Few areas of state government touch the lives of Californians as personally
and directly as the programs and services of the Health and Human Services
Agency. Recognizing this reality, Governor Schwarzenegger’s budget and our
Agency’s work is guided by a five-point vision that promotes access to
affordable health care coverage, supports children in safer, more stable and
permanent homes, promotes the ability of residents to make healthier food
choices and live active lives, supports seniors and persons with
disabilities to live and participate in their communities, and seeks to
protect residents against natural and intentional disasters.
The Governor has continuously protected access and eligibility to vital
health and human services programs. His current budget proposal increases
overall health care spending by more than a billion dollars. And, in
recognition of the imperative to contain costs in the context of on-going
structural deficits, the Governor proposes a number of program reforms and
cost containment strategies to control program costs so we can protect
services for this generation, as well as future generations, of Californians
While the Governor’s broad vision for health and human services will not be
achieved overnight, progress can be made through targeted strategies
reflecting important priorities. This vision is reflected in the Governor’s
proposed policy and budget recommendations.
First, the Governor has placed a priority on promoting the health of our
youngest residents. More than half of the estimated 800,000 uninsured
children in the state are eligible for existing no-cost and low-cost state
insurance programs. The Governor’s budget includes more than $72 million to
maximize enrollment in Medi-Cal and Healthy Families programs by expanding
outreach, streamlining the application process and ensuring eligible
children stay in these programs.
Second, while California has implemented significant changes in the state’s
child welfare services system in recent years to promote the safety,
well-being and permanency of children, more work remains. The Governor’s
Budget invests more than $19 million to implement bipartisan legislation
enacted last session to improve the health and well-being of children
entrusted to the state’s care and build upon existing foster care reforms.
Third, more than 50 percent of California’s adults are at risk of being
overweight or obese, approximately one in three children in California are
overweight or at risk of overweight and almost 40 percent of school-aged
children are unfit.
The Administration is committed to shifting the tide in this epidemic.
Through concrete and groundbreaking action, the Governor is leading the
fight against California’s obesity epidemic. Last year, he convened a
first-of-its-kind Summit, bringing business, government and community
leaders together in a sustained effort to help Californians make healthy
food choices and live active lives. In addition, he signed landmark
legislation to take junk food and sugary beverages out of schools and infuse
more fruits and vegetables in school meal programs. The Governor’s Budget
builds upon the momentum of the Summit by providing an increase in funding
for physical education in schools, which will address critical problems
identified during the Summit, including a significant decline in the level
of physical activity and reduced focus on physical education in schools.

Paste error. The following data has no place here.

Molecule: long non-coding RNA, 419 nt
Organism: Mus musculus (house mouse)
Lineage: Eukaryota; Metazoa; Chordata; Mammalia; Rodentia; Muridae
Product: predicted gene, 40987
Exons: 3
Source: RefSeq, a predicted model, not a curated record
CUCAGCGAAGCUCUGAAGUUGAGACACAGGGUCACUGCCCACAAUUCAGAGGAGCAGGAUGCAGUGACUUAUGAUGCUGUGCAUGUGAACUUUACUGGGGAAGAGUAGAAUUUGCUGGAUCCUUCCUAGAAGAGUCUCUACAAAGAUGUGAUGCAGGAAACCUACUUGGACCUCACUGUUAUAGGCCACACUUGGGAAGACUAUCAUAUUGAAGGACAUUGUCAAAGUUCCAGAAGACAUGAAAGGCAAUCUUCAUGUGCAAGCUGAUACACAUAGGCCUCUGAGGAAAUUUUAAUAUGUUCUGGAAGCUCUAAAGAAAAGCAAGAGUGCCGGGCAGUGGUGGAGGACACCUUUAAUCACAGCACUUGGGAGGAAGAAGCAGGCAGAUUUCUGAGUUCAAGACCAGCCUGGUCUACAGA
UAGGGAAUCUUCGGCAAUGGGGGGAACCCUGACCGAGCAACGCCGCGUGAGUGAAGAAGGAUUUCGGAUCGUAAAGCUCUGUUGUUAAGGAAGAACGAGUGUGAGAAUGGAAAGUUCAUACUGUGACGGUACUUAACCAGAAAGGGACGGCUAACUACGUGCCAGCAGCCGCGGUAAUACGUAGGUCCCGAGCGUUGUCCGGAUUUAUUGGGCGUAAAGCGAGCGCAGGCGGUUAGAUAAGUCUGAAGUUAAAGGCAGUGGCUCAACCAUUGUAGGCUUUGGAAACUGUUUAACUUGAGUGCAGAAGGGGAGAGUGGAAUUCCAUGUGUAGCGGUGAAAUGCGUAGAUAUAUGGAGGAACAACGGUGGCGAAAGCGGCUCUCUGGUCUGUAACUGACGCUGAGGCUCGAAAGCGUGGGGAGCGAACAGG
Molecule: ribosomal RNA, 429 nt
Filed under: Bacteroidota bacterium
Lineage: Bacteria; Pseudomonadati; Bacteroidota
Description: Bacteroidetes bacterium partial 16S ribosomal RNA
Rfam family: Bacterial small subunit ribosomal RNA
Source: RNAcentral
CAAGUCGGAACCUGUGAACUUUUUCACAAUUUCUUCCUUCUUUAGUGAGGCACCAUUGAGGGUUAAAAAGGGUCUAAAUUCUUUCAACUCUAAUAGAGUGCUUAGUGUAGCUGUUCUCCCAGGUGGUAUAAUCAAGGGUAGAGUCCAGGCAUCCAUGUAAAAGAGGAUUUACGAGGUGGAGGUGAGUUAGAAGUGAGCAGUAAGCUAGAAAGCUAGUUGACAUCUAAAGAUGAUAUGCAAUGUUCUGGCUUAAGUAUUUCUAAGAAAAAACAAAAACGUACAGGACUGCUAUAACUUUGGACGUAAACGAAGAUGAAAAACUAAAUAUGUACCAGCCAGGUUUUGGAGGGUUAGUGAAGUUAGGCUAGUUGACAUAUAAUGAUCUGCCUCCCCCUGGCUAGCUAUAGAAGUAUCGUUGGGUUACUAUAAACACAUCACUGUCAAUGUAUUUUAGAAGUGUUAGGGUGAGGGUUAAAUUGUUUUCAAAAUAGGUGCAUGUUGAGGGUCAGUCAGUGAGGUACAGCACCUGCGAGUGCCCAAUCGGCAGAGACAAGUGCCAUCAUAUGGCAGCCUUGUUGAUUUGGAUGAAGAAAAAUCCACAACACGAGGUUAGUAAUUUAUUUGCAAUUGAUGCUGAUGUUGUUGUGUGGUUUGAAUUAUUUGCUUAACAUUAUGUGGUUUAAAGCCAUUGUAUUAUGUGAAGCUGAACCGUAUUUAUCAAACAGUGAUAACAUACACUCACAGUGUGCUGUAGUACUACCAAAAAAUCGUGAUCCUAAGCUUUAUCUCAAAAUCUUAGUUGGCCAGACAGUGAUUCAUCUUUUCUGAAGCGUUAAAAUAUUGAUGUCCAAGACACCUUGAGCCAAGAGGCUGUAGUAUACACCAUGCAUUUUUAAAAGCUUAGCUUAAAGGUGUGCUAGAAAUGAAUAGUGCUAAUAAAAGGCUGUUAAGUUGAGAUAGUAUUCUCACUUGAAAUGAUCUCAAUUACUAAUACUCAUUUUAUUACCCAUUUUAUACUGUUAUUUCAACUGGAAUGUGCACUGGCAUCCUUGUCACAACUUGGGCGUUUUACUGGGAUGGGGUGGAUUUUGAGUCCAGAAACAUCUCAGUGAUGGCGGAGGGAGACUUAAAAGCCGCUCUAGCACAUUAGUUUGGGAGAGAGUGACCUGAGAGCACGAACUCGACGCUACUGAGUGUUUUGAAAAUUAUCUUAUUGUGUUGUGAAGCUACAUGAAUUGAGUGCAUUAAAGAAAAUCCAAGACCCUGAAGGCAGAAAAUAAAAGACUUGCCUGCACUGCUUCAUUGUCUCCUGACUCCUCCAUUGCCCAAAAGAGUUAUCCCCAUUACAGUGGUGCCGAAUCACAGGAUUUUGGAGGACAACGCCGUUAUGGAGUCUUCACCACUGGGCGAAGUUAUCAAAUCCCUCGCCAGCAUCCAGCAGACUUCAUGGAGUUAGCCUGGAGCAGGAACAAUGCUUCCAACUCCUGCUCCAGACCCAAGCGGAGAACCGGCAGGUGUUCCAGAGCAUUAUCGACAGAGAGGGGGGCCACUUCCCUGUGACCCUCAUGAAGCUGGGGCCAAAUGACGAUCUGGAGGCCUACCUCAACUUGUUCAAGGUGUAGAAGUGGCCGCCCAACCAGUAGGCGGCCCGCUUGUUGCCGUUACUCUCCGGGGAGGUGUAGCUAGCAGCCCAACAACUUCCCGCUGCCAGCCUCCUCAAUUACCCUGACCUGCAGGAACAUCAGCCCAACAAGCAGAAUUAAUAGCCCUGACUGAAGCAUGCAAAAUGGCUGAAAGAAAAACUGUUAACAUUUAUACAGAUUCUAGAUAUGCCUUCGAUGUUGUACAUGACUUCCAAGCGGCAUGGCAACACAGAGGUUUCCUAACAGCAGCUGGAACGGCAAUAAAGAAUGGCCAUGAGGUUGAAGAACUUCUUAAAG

Fourth, the Governor also fought to empower seniors and persons with
disabilities so they may live in their communities, supporting their
rightful independence and keeping them near loved ones. Most recently, the
Governor, along with the Legislature, took emergency action to protect
low-income seniors and persons with disabilities in the transition to
federal prescription drug coverage. The Governor would not allow this
vulnerable population to become the victims of the federal government’s
failure and stepped in to have the state as the payer of last resort so that
no dual eligible Medi-Cal Medicare patient leaves the pharmacy without the
life-saving prescription drugs they need.
Finally, the Governor has made emergency preparedness one of his highest
priorities. Preparing to prevent and respond to disasters is the
responsibility of all Californians – employers, schools, communities,
families and individuals–and government must play a key role. Recognizing
that the state’s public health agencies are on the front lines of an
emergency, the Governor’s proposes more than $62 million in new current and
budget year spending to bolster state and local public health capacity to
prevent and respond to disease outbreaks, such as avian influenza, and
natural or intentional disasters. The Governor believes we must act now to
enhance preparedness, especially in the area of pandemic influenza. He
therefore has proposed current year funding to bolster local health
preparedness and response capabilities and to allow the state to purchase
antiviral medications, increase laboratory capacity, strengthen state
disease surveillance and enhance public outreach and education. Combined,
the current and budget year investments substantially enhance the key
components of public health emergency preparedness and response, including
planning, disease surveillance, prevention and response, risk communication
and enhancing our health care delivery system’s ability to expand quickly to
meet increased needs during an emergency.
The Governor is dedicated to ensuring all Californians – from newborns to
the elderly – have access to essential health and human services programs.
We will continue our efforts to promote the health and well-being of a
growing and increasingly diverse California and to work with our many
partners in individual and collective efforts on behalf of the people of